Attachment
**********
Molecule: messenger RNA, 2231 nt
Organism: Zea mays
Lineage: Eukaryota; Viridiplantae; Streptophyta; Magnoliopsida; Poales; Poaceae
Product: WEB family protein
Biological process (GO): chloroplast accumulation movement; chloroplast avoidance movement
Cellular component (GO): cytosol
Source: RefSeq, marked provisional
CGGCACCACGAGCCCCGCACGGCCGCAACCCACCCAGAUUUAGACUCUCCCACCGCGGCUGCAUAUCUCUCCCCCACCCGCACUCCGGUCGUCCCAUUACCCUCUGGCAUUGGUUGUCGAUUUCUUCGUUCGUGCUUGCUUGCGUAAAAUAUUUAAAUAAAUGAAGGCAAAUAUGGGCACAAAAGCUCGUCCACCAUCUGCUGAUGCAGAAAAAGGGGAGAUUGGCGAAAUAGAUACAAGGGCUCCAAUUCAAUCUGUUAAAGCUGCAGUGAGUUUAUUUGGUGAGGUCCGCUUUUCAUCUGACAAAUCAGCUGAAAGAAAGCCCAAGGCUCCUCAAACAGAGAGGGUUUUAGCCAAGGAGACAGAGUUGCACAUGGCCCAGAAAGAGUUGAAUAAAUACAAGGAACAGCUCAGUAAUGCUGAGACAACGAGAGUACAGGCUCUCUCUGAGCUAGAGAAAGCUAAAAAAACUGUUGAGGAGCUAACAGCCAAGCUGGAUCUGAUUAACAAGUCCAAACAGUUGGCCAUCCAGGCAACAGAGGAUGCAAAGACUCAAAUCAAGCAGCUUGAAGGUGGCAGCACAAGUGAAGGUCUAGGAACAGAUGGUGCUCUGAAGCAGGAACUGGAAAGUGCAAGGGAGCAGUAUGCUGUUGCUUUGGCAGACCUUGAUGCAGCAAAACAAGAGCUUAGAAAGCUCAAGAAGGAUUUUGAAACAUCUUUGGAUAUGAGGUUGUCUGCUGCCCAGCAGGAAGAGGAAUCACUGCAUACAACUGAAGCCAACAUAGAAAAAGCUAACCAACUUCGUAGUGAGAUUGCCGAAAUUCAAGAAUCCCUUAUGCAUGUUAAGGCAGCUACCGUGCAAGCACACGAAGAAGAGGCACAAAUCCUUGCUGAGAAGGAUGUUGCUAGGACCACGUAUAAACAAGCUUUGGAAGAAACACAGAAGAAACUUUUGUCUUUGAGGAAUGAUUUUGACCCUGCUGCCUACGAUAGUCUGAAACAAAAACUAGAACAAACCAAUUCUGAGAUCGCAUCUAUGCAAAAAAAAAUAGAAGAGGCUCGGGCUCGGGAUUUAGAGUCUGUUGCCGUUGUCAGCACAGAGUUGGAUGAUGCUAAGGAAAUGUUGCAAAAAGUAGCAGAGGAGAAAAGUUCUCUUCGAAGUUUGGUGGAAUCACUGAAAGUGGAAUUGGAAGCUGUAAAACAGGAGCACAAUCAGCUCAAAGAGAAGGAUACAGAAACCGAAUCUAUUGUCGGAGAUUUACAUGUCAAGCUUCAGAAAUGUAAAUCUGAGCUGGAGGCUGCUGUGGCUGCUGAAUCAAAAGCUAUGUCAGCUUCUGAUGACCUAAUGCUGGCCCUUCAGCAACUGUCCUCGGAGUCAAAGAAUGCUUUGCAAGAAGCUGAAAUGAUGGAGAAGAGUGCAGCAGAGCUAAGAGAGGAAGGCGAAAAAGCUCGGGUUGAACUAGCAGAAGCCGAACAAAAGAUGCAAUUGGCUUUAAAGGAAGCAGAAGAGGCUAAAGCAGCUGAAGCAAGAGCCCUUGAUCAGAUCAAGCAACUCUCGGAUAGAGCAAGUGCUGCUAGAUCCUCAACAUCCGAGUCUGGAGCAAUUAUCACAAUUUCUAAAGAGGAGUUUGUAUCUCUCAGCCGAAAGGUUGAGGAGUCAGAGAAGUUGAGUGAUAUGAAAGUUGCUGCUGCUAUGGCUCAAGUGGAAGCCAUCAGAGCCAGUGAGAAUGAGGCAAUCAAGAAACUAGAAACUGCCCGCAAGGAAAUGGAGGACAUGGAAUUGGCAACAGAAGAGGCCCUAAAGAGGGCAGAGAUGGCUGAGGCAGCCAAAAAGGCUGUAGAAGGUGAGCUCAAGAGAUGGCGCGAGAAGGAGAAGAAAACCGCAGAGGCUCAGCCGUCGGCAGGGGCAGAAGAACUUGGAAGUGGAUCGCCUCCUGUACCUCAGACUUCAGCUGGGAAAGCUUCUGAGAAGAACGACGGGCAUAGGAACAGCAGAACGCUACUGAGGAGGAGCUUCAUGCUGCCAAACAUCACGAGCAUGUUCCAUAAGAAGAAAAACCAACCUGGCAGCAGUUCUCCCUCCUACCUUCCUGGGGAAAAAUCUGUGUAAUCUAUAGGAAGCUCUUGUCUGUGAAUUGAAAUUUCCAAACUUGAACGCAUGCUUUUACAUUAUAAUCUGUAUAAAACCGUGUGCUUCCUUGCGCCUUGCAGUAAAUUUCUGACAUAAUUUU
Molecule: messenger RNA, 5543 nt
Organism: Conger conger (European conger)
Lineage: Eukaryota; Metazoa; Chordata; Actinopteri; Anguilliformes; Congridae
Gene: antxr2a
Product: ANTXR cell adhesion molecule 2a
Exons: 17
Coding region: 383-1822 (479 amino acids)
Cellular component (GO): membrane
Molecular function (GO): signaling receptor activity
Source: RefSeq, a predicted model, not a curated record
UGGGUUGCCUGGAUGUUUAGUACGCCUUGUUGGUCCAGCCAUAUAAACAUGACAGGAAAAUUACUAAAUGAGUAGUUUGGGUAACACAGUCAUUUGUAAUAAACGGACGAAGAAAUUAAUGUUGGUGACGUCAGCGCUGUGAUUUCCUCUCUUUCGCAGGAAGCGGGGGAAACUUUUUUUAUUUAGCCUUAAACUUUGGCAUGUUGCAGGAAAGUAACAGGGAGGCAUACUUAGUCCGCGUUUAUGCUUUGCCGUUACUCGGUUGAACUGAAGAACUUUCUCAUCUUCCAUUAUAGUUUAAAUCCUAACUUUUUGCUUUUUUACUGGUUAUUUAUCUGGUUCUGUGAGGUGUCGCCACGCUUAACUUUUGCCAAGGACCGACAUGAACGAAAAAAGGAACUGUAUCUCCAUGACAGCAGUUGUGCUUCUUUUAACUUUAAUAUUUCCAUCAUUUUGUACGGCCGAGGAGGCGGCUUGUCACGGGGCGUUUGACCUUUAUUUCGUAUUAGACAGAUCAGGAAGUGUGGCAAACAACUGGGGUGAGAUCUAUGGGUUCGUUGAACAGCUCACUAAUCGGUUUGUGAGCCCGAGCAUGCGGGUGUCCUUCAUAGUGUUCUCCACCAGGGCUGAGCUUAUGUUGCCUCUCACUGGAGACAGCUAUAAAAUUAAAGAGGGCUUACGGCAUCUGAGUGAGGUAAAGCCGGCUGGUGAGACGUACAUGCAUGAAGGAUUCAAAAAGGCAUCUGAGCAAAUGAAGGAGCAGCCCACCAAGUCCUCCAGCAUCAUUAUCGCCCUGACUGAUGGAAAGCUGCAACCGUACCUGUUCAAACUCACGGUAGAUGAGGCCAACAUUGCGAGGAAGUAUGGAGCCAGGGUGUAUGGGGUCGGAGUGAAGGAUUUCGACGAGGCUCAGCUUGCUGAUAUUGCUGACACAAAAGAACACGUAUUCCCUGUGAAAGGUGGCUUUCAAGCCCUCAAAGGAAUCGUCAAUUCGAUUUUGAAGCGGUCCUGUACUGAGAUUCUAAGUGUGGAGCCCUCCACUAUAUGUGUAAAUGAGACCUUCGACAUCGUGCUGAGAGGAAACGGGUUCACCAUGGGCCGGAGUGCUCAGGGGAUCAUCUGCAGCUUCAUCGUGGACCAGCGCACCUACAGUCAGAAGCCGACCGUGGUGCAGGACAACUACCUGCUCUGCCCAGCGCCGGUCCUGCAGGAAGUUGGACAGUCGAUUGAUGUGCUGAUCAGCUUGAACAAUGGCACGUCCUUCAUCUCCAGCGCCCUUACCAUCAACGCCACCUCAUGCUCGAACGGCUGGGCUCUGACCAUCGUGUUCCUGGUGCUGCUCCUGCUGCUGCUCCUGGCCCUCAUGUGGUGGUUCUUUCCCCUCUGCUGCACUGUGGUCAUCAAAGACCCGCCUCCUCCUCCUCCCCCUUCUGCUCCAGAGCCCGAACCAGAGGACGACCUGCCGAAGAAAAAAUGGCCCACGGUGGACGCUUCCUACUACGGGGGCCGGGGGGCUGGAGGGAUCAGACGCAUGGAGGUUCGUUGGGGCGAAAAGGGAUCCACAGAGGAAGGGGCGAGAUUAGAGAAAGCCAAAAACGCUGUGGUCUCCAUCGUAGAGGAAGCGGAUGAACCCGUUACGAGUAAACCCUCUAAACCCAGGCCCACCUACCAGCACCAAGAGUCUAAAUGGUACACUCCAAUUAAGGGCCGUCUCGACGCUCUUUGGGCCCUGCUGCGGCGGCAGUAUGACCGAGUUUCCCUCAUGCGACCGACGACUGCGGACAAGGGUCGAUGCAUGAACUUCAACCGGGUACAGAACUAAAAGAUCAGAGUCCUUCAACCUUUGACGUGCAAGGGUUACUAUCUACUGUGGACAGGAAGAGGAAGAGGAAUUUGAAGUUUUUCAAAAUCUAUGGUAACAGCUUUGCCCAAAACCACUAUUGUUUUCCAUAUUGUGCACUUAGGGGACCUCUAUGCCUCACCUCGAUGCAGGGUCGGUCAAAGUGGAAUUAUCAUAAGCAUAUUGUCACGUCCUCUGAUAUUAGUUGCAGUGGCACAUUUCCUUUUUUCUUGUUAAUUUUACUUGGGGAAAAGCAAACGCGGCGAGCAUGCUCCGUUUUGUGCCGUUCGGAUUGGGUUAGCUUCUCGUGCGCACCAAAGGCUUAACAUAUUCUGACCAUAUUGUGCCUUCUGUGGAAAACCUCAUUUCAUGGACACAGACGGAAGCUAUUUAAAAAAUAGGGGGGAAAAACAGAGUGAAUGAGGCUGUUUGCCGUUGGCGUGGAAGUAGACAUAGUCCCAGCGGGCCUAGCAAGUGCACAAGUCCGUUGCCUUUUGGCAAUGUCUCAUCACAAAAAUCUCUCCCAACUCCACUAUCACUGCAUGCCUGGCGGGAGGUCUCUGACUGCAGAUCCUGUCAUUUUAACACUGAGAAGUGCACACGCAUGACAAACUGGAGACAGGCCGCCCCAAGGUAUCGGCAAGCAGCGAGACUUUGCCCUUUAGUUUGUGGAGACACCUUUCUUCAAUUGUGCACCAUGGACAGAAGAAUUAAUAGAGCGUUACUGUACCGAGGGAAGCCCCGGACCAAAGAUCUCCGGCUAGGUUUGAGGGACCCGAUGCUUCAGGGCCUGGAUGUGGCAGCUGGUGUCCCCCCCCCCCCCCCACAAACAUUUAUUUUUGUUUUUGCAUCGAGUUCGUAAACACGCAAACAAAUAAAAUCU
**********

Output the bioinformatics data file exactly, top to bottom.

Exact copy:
Molecule: messenger RNA, 2231 nt
Organism: Zea mays
Lineage: Eukaryota; Viridiplantae; Streptophyta; Magnoliopsida; Poales; Poaceae
Product: WEB family protein
Biological process (GO): chloroplast accumulation movement; chloroplast avoidance movement
Cellular component (GO): cytosol
Source: RefSeq, marked provisional
CGGCACCACGAGCCCCGCACGGCCGCAACCCACCCAGAUUUAGACUCUCCCACCGCGGCUGCAUAUCUCUCCCCCACCCGCACUCCGGUCGUCCCAUUACCCUCUGGCAUUGGUUGUCGAUUUCUUCGUUCGUGCUUGCUUGCGUAAAAUAUUUAAAUAAAUGAAGGCAAAUAUGGGCACAAAAGCUCGUCCACCAUCUGCUGAUGCAGAAAAAGGGGAGAUUGGCGAAAUAGAUACAAGGGCUCCAAUUCAAUCUGUUAAAGCUGCAGUGAGUUUAUUUGGUGAGGUCCGCUUUUCAUCUGACAAAUCAGCUGAAAGAAAGCCCAAGGCUCCUCAAACAGAGAGGGUUUUAGCCAAGGAGACAGAGUUGCACAUGGCCCAGAAAGAGUUGAAUAAAUACAAGGAACAGCUCAGUAAUGCUGAGACAACGAGAGUACAGGCUCUCUCUGAGCUAGAGAAAGCUAAAAAAACUGUUGAGGAGCUAACAGCCAAGCUGGAUCUGAUUAACAAGUCCAAACAGUUGGCCAUCCAGGCAACAGAGGAUGCAAAGACUCAAAUCAAGCAGCUUGAAGGUGGCAGCACAAGUGAAGGUCUAGGAACAGAUGGUGCUCUGAAGCAGGAACUGGAAAGUGCAAGGGAGCAGUAUGCUGUUGCUUUGGCAGACCUUGAUGCAGCAAAACAAGAGCUUAGAAAGCUCAAGAAGGAUUUUGAAACAUCUUUGGAUAUGAGGUUGUCUGCUGCCCAGCAGGAAGAGGAAUCACUGCAUACAACUGAAGCCAACAUAGAAAAAGCUAACCAACUUCGUAGUGAGAUUGCCGAAAUUCAAGAAUCCCUUAUGCAUGUUAAGGCAGCUACCGUGCAAGCACACGAAGAAGAGGCACAAAUCCUUGCUGAGAAGGAUGUUGCUAGGACCACGUAUAAACAAGCUUUGGAAGAAACACAGAAGAAACUUUUGUCUUUGAGGAAUGAUUUUGACCCUGCUGCCUACGAUAGUCUGAAACAAAAACUAGAACAAACCAAUUCUGAGAUCGCAUCUAUGCAAAAAAAAAUAGAAGAGGCUCGGGCUCGGGAUUUAGAGUCUGUUGCCGUUGUCAGCACAGAGUUGGAUGAUGCUAAGGAAAUGUUGCAAAAAGUAGCAGAGGAGAAAAGUUCUCUUCGAAGUUUGGUGGAAUCACUGAAAGUGGAAUUGGAAGCUGUAAAACAGGAGCACAAUCAGCUCAAAGAGAAGGAUACAGAAACCGAAUCUAUUGUCGGAGAUUUACAUGUCAAGCUUCAGAAAUGUAAAUCUGAGCUGGAGGCUGCUGUGGCUGCUGAAUCAAAAGCUAUGUCAGCUUCUGAUGACCUAAUGCUGGCCCUUCAGCAACUGUCCUCGGAGUCAAAGAAUGCUUUGCAAGAAGCUGAAAUGAUGGAGAAGAGUGCAGCAGAGCUAAGAGAGGAAGGCGAAAAAGCUCGGGUUGAACUAGCAGAAGCCGAACAAAAGAUGCAAUUGGCUUUAAAGGAAGCAGAAGAGGCUAAAGCAGCUGAAGCAAGAGCCCUUGAUCAGAUCAAGCAACUCUCGGAUAGAGCAAGUGCUGCUAGAUCCUCAACAUCCGAGUCUGGAGCAAUUAUCACAAUUUCUAAAGAGGAGUUUGUAUCUCUCAGCCGAAAGGUUGAGGAGUCAGAGAAGUUGAGUGAUAUGAAAGUUGCUGCUGCUAUGGCUCAAGUGGAAGCCAUCAGAGCCAGUGAGAAUGAGGCAAUCAAGAAACUAGAAACUGCCCGCAAGGAAAUGGAGGACAUGGAAUUGGCAACAGAAGAGGCCCUAAAGAGGGCAGAGAUGGCUGAGGCAGCCAAAAAGGCUGUAGAAGGUGAGCUCAAGAGAUGGCGCGAGAAGGAGAAGAAAACCGCAGAGGCUCAGCCGUCGGCAGGGGCAGAAGAACUUGGAAGUGGAUCGCCUCCUGUACCUCAGACUUCAGCUGGGAAAGCUUCUGAGAAGAACGACGGGCAUAGGAACAGCAGAACGCUACUGAGGAGGAGCUUCAUGCUGCCAAACAUCACGAGCAUGUUCCAUAAGAAGAAAAACCAACCUGGCAGCAGUUCUCCCUCCUACCUUCCUGGGGAAAAAUCUGUGUAAUCUAUAGGAAGCUCUUGUCUGUGAAUUGAAAUUUCCAAACUUGAACGCAUGCUUUUACAUUAUAAUCUGUAUAAAACCGUGUGCUUCCUUGCGCCUUGCAGUAAAUUUCUGACAUAAUUUU
Molecule: messenger RNA, 5543 nt
Organism: Conger conger (European conger)
Lineage: Eukaryota; Metazoa; Chordata; Actinopteri; Anguilliformes; Congridae
Gene: antxr2a
Product: ANTXR cell adhesion molecule 2a
Exons: 17
Coding region: 383-1822 (479 amino acids)
Cellular component (GO): membrane
Molecular function (GO): signaling receptor activity
Source: RefSeq, a predicted model, not a curated record
UGGGUUGCCUGGAUGUUUAGUACGCCUUGUUGGUCCAGCCAUAUAAACAUGACAGGAAAAUUACUAAAUGAGUAGUUUGGGUAACACAGUCAUUUGUAAUAAACGGACGAAGAAAUUAAUGUUGGUGACGUCAGCGCUGUGAUUUCCUCUCUUUCGCAGGAAGCGGGGGAAACUUUUUUUAUUUAGCCUUAAACUUUGGCAUGUUGCAGGAAAGUAACAGGGAGGCAUACUUAGUCCGCGUUUAUGCUUUGCCGUUACUCGGUUGAACUGAAGAACUUUCUCAUCUUCCAUUAUAGUUUAAAUCCUAACUUUUUGCUUUUUUACUGGUUAUUUAUCUGGUUCUGUGAGGUGUCGCCACGCUUAACUUUUGCCAAGGACCGACAUGAACGAAAAAAGGAACUGUAUCUCCAUGACAGCAGUUGUGCUUCUUUUAACUUUAAUAUUUCCAUCAUUUUGUACGGCCGAGGAGGCGGCUUGUCACGGGGCGUUUGACCUUUAUUUCGUAUUAGACAGAUCAGGAAGUGUGGCAAACAACUGGGGUGAGAUCUAUGGGUUCGUUGAACAGCUCACUAAUCGGUUUGUGAGCCCGAGCAUGCGGGUGUCCUUCAUAGUGUUCUCCACCAGGGCUGAGCUUAUGUUGCCUCUCACUGGAGACAGCUAUAAAAUUAAAGAGGGCUUACGGCAUCUGAGUGAGGUAAAGCCGGCUGGUGAGACGUACAUGCAUGAAGGAUUCAAAAAGGCAUCUGAGCAAAUGAAGGAGCAGCCCACCAAGUCCUCCAGCAUCAUUAUCGCCCUGACUGAUGGAAAGCUGCAACCGUACCUGUUCAAACUCACGGUAGAUGAGGCCAACAUUGCGAGGAAGUAUGGAGCCAGGGUGUAUGGGGUCGGAGUGAAGGAUUUCGACGAGGCUCAGCUUGCUGAUAUUGCUGACACAAAAGAACACGUAUUCCCUGUGAAAGGUGGCUUUCAAGCCCUCAAAGGAAUCGUCAAUUCGAUUUUGAAGCGGUCCUGUACUGAGAUUCUAAGUGUGGAGCCCUCCACUAUAUGUGUAAAUGAGACCUUCGACAUCGUGCUGAGAGGAAACGGGUUCACCAUGGGCCGGAGUGCUCAGGGGAUCAUCUGCAGCUUCAUCGUGGACCAGCGCACCUACAGUCAGAAGCCGACCGUGGUGCAGGACAACUACCUGCUCUGCCCAGCGCCGGUCCUGCAGGAAGUUGGACAGUCGAUUGAUGUGCUGAUCAGCUUGAACAAUGGCACGUCCUUCAUCUCCAGCGCCCUUACCAUCAACGCCACCUCAUGCUCGAACGGCUGGGCUCUGACCAUCGUGUUCCUGGUGCUGCUCCUGCUGCUGCUCCUGGCCCUCAUGUGGUGGUUCUUUCCCCUCUGCUGCACUGUGGUCAUCAAAGACCCGCCUCCUCCUCCUCCCCCUUCUGCUCCAGAGCCCGAACCAGAGGACGACCUGCCGAAGAAAAAAUGGCCCACGGUGGACGCUUCCUACUACGGGGGCCGGGGGGCUGGAGGGAUCAGACGCAUGGAGGUUCGUUGGGGCGAAAAGGGAUCCACAGAGGAAGGGGCGAGAUUAGAGAAAGCCAAAAACGCUGUGGUCUCCAUCGUAGAGGAAGCGGAUGAACCCGUUACGAGUAAACCCUCUAAACCCAGGCCCACCUACCAGCACCAAGAGUCUAAAUGGUACACUCCAAUUAAGGGCCGUCUCGACGCUCUUUGGGCCCUGCUGCGGCGGCAGUAUGACCGAGUUUCCCUCAUGCGACCGACGACUGCGGACAAGGGUCGAUGCAUGAACUUCAACCGGGUACAGAACUAAAAGAUCAGAGUCCUUCAACCUUUGACGUGCAAGGGUUACUAUCUACUGUGGACAGGAAGAGGAAGAGGAAUUUGAAGUUUUUCAAAAUCUAUGGUAACAGCUUUGCCCAAAACCACUAUUGUUUUCCAUAUUGUGCACUUAGGGGACCUCUAUGCCUCACCUCGAUGCAGGGUCGGUCAAAGUGGAAUUAUCAUAAGCAUAUUGUCACGUCCUCUGAUAUUAGUUGCAGUGGCACAUUUCCUUUUUUCUUGUUAAUUUUACUUGGGGAAAAGCAAACGCGGCGAGCAUGCUCCGUUUUGUGCCGUUCGGAUUGGGUUAGCUUCUCGUGCGCACCAAAGGCUUAACAUAUUCUGACCAUAUUGUGCCUUCUGUGGAAAACCUCAUUUCAUGGACACAGACGGAAGCUAUUUAAAAAAUAGGGGGGAAAAACAGAGUGAAUGAGGCUGUUUGCCGUUGGCGUGGAAGUAGACAUAGUCCCAGCGGGCCUAGCAAGUGCACAAGUCCGUUGCCUUUUGGCAAUGUCUCAUCACAAAAAUCUCUCCCAACUCCACUAUCACUGCAUGCCUGGCGGGAGGUCUCUGACUGCAGAUCCUGUCAUUUUAACACUGAGAAGUGCACACGCAUGACAAACUGGAGACAGGCCGCCCCAAGGUAUCGGCAAGCAGCGAGACUUUGCCCUUUAGUUUGUGGAGACACCUUUCUUCAAUUGUGCACCAUGGACAGAAGAAUUAAUAGAGCGUUACUGUACCGAGGGAAGCCCCGGACCAAAGAUCUCCGGCUAGGUUUGAGGGACCCGAUGCUUCAGGGCCUGGAUGUGGCAGCUGGUGUCCCCCCCCCCCCCCCACAAACAUUUAUUUUUGUUUUUGCAUCGAGUUCGUAAACACGCAAACAAAUAAAAUCU